The study protocol was approved by the local ethics committee (Ruhr-University Bochum, Germany). Patients were consecutively enrolled during the years 1999 to 2001 in the sleep laboratory of the Marienhospital, Herne, Ruhr-University Bochum, Germany. The patients were admitted to the hospital because of a history of apnea, snoring, or hypersomnic symptoms such as daytime tiredness or impairment of cognitive functions.
Detailed information on the determination of cardiac risk factors and polysomnography have been described extensively in previous publications [4, 7]. In brief, after informed consent, the severity of OSA was assessed using the apnea/hypopnea index (AHI). Dyslipidemia was diagnosed by the presence of anamnesis and use of lipid-lowering drugs or presence of dyslipidemic serum levels. For blood analysis, the following cut-off values were defined as abnormal: total cholesterol ≥ 200 mg/dL, triglycerides ≥ 180 mg/dL, HDL-C ≤ 40 mg/dL, and low-density lipoprotein cholesterol (LDL-C) ≥ 150 mg/dL. Diabetes was defined by presence of anamnesis and use of antidiabetic medication or insulin treatment. The diagnosis of hypertension was established by use of antihypertensive medication or if the mean of three measured BP readings exceeded 140 mmHg (systolic) or 90 mmHg (diastolic).
Peripheral blood samples from the patients were taken after they had given informed consent.
The following primers were synthesised to amplify a 283-bp fragment containing the Cys-47Arg polymorphism: 5'-AATGAGGCTTCCAGGCGTC-3' (sense) and 5'-ACTTGGCAATGGCTGTGATG-3' (antisense). PCR was carried out in a final volume of 10 μL with 50 ng DNA, 2 mM dNTPs and 1 U Taq polymerase. PCR cycling started with initial denaturation for 5 minutes at 94°C. The annealing temperature of the first cycle was 69°C, second cycle 66°C and the remaining 28 cycles 63°C, each cycle being 1 minute. Extension was performed at 72°C for 1 minute (final extension 5 minutes). Allele-specific restriction digests were performed with MspAII, which fails to digest the Cys-47 allele because of the C→G transition. Digested DNA was separated by electrophoresis on 1.5% agarose gels.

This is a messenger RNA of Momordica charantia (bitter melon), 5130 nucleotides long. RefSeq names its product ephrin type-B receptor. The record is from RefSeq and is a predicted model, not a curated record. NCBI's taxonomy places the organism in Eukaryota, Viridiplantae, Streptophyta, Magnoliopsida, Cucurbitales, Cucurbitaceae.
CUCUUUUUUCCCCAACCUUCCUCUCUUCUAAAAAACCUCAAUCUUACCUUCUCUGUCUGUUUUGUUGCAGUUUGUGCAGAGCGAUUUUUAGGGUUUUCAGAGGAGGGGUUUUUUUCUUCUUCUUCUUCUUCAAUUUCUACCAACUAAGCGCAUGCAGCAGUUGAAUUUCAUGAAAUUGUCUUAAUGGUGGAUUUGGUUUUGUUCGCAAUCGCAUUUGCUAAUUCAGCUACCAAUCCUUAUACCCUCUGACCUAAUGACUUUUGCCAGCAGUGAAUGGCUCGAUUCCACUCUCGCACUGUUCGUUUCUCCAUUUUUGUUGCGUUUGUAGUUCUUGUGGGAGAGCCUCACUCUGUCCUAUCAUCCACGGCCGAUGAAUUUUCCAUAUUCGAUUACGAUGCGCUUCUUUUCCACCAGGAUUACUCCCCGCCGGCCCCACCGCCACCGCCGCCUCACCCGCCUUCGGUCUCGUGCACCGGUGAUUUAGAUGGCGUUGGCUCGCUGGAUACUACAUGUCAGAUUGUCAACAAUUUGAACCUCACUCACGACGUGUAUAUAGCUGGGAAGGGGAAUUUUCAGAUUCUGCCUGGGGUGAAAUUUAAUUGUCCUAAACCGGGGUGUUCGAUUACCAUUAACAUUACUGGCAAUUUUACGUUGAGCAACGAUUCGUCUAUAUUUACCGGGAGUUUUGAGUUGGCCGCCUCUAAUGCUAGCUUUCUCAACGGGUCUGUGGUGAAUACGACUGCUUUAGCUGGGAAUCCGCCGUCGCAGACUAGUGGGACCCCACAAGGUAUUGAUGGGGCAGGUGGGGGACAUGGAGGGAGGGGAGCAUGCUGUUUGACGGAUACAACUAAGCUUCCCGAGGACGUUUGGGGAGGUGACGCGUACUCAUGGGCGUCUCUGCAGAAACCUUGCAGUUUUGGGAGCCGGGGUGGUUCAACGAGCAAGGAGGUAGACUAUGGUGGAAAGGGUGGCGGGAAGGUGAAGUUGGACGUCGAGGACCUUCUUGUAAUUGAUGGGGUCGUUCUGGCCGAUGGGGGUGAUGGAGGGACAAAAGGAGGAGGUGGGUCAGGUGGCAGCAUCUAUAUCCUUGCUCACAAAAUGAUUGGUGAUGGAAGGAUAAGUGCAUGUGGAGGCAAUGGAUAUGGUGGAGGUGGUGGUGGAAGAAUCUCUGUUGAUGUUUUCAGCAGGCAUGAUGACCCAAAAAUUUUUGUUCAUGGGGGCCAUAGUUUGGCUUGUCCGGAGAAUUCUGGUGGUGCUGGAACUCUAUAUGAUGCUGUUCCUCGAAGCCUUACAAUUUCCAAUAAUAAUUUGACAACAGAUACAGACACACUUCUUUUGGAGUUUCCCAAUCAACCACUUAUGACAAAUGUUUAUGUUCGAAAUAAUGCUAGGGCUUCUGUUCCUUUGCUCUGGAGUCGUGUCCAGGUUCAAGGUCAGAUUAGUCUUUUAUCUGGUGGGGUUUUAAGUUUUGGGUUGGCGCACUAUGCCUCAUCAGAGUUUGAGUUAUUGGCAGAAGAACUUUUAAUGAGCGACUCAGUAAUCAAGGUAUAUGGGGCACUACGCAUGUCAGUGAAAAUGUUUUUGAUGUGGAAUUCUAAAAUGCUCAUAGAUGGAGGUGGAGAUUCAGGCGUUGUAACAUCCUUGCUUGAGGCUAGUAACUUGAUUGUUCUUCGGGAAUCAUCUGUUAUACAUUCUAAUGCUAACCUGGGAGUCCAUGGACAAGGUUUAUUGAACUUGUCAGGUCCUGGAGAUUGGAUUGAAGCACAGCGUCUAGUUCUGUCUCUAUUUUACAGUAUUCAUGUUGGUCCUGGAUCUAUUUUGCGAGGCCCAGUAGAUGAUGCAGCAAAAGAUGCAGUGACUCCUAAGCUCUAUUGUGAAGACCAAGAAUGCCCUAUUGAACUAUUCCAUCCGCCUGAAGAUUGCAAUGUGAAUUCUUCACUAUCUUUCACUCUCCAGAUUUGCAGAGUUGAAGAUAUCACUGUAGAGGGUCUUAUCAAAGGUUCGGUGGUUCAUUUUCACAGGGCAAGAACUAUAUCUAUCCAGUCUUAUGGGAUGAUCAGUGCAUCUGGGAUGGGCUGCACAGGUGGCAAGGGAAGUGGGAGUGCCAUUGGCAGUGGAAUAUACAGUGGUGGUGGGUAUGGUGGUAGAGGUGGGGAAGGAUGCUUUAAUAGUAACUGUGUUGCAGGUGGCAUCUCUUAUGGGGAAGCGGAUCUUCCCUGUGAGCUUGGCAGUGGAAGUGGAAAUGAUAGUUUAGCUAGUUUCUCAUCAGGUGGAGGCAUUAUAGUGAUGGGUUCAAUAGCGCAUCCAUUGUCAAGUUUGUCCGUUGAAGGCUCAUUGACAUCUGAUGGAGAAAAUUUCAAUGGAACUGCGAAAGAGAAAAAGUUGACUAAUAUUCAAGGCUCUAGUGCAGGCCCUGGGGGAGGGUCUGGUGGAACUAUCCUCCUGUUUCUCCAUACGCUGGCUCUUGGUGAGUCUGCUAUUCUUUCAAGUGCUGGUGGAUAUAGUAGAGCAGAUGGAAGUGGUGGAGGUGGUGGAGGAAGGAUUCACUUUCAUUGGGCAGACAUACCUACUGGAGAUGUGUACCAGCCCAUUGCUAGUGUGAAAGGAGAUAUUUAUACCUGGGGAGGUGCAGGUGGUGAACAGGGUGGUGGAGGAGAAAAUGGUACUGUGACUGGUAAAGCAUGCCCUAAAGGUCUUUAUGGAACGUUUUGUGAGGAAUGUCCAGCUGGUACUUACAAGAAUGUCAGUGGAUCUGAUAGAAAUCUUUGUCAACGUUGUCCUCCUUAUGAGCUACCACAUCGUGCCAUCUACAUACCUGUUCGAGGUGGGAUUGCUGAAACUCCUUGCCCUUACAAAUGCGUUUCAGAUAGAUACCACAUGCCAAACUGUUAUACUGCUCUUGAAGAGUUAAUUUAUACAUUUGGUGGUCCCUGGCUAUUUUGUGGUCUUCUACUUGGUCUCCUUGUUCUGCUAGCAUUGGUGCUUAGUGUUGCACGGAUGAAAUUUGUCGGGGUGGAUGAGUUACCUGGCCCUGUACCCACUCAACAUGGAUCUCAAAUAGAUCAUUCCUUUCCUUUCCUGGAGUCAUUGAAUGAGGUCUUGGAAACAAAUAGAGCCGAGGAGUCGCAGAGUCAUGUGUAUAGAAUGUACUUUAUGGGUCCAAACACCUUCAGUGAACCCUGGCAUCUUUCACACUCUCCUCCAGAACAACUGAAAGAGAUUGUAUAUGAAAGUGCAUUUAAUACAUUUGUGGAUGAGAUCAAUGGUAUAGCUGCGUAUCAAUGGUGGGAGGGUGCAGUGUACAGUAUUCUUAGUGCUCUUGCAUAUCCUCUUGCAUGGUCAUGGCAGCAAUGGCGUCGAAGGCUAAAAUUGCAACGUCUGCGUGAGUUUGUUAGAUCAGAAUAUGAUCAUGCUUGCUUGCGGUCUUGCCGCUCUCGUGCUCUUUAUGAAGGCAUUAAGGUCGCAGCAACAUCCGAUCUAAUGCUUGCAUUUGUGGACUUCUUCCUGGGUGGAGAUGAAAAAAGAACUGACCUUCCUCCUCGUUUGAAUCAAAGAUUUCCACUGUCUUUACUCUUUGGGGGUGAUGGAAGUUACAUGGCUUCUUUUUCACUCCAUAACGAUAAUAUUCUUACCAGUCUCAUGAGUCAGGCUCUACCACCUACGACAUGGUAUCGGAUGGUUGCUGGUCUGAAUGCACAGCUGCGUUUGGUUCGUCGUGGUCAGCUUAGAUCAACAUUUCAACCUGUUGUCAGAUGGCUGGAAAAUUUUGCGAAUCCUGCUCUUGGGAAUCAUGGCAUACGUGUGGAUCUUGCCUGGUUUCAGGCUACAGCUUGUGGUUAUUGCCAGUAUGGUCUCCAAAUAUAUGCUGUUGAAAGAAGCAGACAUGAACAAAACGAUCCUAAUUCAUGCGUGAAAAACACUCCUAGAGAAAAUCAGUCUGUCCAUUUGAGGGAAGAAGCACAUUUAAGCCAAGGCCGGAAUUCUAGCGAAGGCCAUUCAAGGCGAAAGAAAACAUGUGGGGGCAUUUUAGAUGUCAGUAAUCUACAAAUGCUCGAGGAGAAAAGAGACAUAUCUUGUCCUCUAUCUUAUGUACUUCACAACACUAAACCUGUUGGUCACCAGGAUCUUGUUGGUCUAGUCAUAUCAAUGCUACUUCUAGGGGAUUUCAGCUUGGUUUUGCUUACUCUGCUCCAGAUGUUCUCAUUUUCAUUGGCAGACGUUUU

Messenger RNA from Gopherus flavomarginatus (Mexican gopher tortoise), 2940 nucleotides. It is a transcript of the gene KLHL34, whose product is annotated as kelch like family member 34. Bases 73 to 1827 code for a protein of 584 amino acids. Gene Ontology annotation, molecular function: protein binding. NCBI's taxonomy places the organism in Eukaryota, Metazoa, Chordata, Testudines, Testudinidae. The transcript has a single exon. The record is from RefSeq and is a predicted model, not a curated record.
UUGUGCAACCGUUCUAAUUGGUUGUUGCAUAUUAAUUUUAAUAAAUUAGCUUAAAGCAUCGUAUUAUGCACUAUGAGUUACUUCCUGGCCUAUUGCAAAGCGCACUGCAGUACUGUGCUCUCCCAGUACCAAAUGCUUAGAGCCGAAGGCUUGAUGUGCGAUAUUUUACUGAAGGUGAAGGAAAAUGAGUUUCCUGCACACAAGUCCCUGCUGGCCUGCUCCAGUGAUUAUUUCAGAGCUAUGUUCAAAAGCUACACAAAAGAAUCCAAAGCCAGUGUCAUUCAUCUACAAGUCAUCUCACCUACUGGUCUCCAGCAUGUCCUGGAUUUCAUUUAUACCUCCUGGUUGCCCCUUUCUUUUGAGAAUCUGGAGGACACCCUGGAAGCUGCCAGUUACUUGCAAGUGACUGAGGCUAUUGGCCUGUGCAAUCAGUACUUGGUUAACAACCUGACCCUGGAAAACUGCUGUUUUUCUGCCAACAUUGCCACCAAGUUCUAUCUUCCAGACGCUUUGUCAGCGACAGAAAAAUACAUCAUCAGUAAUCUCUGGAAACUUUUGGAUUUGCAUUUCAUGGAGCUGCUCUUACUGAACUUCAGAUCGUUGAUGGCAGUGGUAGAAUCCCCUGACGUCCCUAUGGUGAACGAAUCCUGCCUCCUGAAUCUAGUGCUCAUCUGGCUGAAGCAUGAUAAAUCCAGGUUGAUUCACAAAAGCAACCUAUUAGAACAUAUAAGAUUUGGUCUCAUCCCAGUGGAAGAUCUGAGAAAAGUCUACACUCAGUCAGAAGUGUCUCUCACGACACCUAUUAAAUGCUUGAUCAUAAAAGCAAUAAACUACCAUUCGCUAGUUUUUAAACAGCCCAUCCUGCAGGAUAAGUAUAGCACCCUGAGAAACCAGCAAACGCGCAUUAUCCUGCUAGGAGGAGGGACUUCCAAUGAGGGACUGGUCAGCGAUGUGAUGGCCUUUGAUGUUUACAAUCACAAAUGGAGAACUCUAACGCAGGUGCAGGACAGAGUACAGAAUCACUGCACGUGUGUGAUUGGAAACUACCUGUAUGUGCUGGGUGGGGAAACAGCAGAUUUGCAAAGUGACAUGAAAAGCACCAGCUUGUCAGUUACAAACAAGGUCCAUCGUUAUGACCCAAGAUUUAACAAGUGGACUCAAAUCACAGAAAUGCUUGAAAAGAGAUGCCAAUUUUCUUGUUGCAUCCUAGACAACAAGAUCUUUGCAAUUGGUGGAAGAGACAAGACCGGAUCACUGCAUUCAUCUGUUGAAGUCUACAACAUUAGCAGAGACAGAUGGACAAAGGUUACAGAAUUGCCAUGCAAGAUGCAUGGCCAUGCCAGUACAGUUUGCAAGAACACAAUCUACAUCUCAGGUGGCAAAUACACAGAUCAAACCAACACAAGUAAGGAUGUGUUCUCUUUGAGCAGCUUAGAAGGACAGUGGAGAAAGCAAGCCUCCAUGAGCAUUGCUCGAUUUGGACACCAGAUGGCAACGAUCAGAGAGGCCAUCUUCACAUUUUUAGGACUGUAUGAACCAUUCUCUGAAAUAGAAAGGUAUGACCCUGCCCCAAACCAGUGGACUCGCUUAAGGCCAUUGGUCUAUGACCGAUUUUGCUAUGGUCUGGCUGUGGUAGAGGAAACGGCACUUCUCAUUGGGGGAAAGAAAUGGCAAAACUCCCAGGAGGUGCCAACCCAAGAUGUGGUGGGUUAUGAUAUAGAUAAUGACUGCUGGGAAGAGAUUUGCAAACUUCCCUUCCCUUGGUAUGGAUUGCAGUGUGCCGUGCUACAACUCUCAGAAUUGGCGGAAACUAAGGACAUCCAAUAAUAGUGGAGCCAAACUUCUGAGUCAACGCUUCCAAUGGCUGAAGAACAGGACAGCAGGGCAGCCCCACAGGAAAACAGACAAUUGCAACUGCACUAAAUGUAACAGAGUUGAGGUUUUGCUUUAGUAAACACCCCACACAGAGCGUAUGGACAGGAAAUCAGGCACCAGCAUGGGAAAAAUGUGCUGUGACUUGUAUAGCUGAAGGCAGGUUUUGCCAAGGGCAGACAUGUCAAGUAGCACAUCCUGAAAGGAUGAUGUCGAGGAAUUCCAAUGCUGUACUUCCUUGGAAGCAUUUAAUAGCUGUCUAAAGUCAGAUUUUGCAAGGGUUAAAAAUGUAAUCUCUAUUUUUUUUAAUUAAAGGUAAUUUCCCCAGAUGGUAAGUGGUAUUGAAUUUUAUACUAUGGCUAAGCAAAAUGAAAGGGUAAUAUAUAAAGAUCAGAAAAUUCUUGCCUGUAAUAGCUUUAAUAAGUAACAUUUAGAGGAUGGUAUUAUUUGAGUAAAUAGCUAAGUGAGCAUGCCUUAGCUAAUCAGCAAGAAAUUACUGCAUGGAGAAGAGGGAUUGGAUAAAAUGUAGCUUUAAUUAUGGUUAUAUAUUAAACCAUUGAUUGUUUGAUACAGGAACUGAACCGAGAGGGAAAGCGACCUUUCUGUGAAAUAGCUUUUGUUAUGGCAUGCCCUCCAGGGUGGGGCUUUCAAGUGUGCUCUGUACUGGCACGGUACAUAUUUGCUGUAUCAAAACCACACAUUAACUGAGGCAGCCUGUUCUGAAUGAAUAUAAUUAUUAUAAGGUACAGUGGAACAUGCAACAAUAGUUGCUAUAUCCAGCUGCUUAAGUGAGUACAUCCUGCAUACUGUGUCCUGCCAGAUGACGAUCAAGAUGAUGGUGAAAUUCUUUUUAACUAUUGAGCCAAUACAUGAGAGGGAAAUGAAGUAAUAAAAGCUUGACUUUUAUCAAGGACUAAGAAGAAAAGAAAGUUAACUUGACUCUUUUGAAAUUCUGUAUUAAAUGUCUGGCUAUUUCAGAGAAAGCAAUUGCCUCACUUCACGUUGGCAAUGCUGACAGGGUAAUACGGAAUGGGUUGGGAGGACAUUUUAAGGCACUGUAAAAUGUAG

For the Gly16Arg polymorphism, the following primers were synthesised to obtain a 96-bp fragment: 5'-GCCAGTGCGCTTACCTGC-3' (sense) and 5'-TGGTCCGGCGCATGGCTT-3' (antisense). Final volume of the PCR was 10 μL, containing 50 ng DNA, 2 mM dNTPs, 1 U Taq polymerase and 1% radioactively labelled dATP. The PCR cycles after denaturation (94°C for 5 minutes) were 70°C (1 cycle), 67°C (1 cycle) and 64°C (28 cycles), with each cycle lasting 1 minute. Extension at 72°C was performed for 1 minute, and 5 minutes at the end. The PCR products were digested with the restriction endonuclease NcoI in order to optimize the demonstration of the polymorphism by single-strand conformational polymorphism analysis. Restriction products were separated in an 8% polyacrylamide (19:1 acrylamide:bisacrylamide) gel containing 10% glycerol.
For genotyping the Gln27Glu polymorphism, the primers 5'-AAGCCATGCGCCGGACCA-3' (sense) and 5'-ACTTGGCAATGGCTGTGATG-3' (antisense) primers were chosen, which produce a 134-bp long product. PCR was performed with a final volume of 10 μL comprising 50 ng DNA, 2 mM dNTP and 1 U Taq polymerase. The chosen temperatures after denaturation were 70.5°C (1 cycle), 67.5°C (1 cycle), and 64.5°C (28 cycles). Allele-specific restriction was performed with BbvI and bands separated in a 1.5% agarose gel.
Results are presented as means +/-SD. All reported P-values are two-tailed. Statistical analyses were performed with SPSS for Windows software (SPSS, Chicago, IL, USA). Multivariate linear regressions were calculated in order to determine independent associations between the AHI and BP, heart rate and lipid serum levels in the presence of body mass index (BMI), age, and sex. The relationship between the severity of OSA represented by the AHI and the prevalence of arterial hypertension was calculated using multiple logistic regression analysis using BMI, age, and sex as covariates. Demographic characteristics of the patients with OSA were compared between the different genotypes using the χ2 test; P < 0.05 was considered significant. The phenotypic values were compared between the genotypes using analysis of variance (ANOVA). Student's t-test for unpaired samples was used for comparisons between particular genotypes/haplotypes and the rest of the group.
An additional model was established in which the homozygous states of each polymorphism were pooled in one group and compared with the heterozygous genotype. The influence of heterozygosity of each polymorphism on survived MI was then analysed in a multivariate logistic regression model, adjusted for diabetes, dyslipidemia, hypertension, sex, BMI, AHI, and age.
Demographics in the different genotypes of the β2-adrenergic receptor.
(% of all)
mean ± SD
mean ± SD
n (% of n*)
n (% of n*)
n (% of n*)
n (% of n*)
n (% of n*)
55.2 ± 10.7
31.1 ± 5.6
55.9 ± 11.3
30.8 ± 5.2
55.1 ± 10.7
31.1 ± 6.0
54.2 ± 9.7
31.5 ± 5.6
57.0 ± 9.9
31.6 ± 6.0
54.0 ± 11.1